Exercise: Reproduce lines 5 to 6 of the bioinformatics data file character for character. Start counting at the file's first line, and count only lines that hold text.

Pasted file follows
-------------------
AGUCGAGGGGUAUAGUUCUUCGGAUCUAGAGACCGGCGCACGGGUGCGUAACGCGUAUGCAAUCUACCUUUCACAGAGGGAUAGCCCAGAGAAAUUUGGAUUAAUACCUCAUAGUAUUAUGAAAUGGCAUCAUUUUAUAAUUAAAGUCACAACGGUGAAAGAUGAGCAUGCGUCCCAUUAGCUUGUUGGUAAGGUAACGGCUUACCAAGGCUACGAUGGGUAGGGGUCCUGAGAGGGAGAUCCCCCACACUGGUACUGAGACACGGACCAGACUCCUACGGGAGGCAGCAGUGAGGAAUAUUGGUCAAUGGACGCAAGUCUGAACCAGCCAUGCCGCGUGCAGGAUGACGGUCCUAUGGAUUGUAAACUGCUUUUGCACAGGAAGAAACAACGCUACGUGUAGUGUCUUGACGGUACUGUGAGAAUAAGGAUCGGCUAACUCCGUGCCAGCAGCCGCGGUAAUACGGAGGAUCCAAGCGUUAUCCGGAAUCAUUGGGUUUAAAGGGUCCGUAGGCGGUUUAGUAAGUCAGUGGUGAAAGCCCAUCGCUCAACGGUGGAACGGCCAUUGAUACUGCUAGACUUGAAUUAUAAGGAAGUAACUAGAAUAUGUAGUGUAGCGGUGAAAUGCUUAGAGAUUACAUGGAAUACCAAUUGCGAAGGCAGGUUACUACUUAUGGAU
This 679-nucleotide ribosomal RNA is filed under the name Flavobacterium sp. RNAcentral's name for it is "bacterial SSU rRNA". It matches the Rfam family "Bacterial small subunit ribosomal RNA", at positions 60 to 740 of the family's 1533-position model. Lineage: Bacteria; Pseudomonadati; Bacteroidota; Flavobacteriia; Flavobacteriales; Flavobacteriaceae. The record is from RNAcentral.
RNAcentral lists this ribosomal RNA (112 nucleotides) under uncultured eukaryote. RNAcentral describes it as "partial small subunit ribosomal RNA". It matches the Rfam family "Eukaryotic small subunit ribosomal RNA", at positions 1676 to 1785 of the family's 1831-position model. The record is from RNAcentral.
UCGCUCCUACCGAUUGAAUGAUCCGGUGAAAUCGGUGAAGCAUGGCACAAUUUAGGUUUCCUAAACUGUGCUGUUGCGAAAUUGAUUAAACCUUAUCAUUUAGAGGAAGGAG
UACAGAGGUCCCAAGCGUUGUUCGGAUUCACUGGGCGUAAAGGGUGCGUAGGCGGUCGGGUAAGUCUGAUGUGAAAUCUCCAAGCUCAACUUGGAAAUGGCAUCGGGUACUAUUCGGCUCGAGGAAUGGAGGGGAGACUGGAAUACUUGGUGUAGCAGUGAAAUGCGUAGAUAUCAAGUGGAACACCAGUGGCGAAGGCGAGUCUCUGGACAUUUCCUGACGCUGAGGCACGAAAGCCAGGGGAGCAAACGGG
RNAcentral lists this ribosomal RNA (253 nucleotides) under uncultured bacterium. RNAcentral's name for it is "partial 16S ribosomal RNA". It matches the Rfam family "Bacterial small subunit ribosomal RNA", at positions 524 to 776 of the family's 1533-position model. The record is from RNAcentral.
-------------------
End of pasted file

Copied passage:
UACAGAGGUCCCAAGCGUUGUUCGGAUUCACUGGGCGUAAAGGGUGCGUAGGCGGUCGGGUAAGUCUGAUGUGAAAUCUCCAAGCUCAACUUGGAAAUGGCAUCGGGUACUAUUCGGCUCGAGGAAUGGAGGGGAGACUGGAAUACUUGGUGUAGCAGUGAAAUGCGUAGAUAUCAAGUGGAACACCAGUGGCGAAGGCGAGUCUCUGGACAUUUCCUGACGCUGAGGCACGAAAGCCAGGGGAGCAAACGGG
RNAcentral lists this ribosomal RNA (253 nucleotides) under uncultured bacterium. RNAcentral's name for it is "partial 16S ribosomal RNA". It matches the Rfam family "Bacterial small subunit ribosomal RNA", at positions 524 to 776 of the family's 1533-position model. The record is from RNAcentral.